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Biologists link sexual selection and placenta formation


July 9, 2014

non-placental species Xiphophorus birchmani Sexual selection enhances opportunities to mate, the tail of male peacocks being an iconic example. Biologists at the University of California, Riverside, have found that sexual selection and "placentation"--the formation of a placenta--are linked. Describing the life histories of more than 150 species of fish in the family Poeciliidae, the researchers found that species with placentas tend to have males that do not have bright coloration, ornamentation or courtship displays. Full Story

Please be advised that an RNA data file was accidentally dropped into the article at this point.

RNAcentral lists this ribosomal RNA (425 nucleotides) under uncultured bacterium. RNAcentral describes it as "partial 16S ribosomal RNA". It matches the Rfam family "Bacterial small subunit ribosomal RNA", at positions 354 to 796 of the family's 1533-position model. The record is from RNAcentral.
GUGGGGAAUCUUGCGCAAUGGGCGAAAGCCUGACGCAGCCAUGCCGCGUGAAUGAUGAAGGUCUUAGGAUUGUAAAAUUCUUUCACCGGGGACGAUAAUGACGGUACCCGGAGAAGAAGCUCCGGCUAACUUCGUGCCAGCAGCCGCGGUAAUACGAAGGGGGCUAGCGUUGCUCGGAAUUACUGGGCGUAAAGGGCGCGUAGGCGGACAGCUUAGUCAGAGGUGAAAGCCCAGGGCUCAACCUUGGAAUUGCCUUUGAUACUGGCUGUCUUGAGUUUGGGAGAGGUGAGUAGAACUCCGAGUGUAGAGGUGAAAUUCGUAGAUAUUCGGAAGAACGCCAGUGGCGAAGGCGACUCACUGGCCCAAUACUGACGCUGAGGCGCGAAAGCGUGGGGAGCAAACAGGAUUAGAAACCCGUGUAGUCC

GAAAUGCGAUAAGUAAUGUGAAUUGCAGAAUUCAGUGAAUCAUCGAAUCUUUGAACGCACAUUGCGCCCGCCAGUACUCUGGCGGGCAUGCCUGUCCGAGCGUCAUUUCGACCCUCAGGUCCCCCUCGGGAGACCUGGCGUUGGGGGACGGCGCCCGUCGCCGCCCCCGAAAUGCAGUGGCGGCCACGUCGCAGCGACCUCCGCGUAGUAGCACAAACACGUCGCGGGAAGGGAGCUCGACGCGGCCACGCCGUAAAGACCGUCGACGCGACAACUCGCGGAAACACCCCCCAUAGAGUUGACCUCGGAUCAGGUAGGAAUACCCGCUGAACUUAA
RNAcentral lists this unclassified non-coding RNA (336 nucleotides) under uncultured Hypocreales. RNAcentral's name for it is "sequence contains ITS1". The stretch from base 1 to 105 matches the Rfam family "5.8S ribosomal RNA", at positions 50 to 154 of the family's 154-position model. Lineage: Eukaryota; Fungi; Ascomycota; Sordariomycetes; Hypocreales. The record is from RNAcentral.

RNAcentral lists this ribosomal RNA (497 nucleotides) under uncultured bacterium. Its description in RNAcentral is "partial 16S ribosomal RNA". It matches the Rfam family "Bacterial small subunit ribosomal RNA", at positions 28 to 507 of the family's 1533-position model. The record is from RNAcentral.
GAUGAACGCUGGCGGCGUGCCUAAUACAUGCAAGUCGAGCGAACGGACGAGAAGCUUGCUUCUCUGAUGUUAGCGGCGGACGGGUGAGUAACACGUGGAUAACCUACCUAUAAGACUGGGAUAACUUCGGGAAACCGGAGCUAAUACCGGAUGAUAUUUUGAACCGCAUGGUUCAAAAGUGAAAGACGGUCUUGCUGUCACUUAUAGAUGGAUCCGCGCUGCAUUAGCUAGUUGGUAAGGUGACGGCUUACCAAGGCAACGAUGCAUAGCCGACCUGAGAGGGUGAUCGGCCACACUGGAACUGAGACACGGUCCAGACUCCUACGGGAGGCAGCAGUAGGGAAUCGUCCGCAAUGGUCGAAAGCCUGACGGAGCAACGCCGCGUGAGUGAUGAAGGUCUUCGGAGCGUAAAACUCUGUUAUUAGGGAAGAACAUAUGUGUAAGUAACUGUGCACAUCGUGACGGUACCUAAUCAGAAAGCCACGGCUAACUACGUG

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University of California, Riverside

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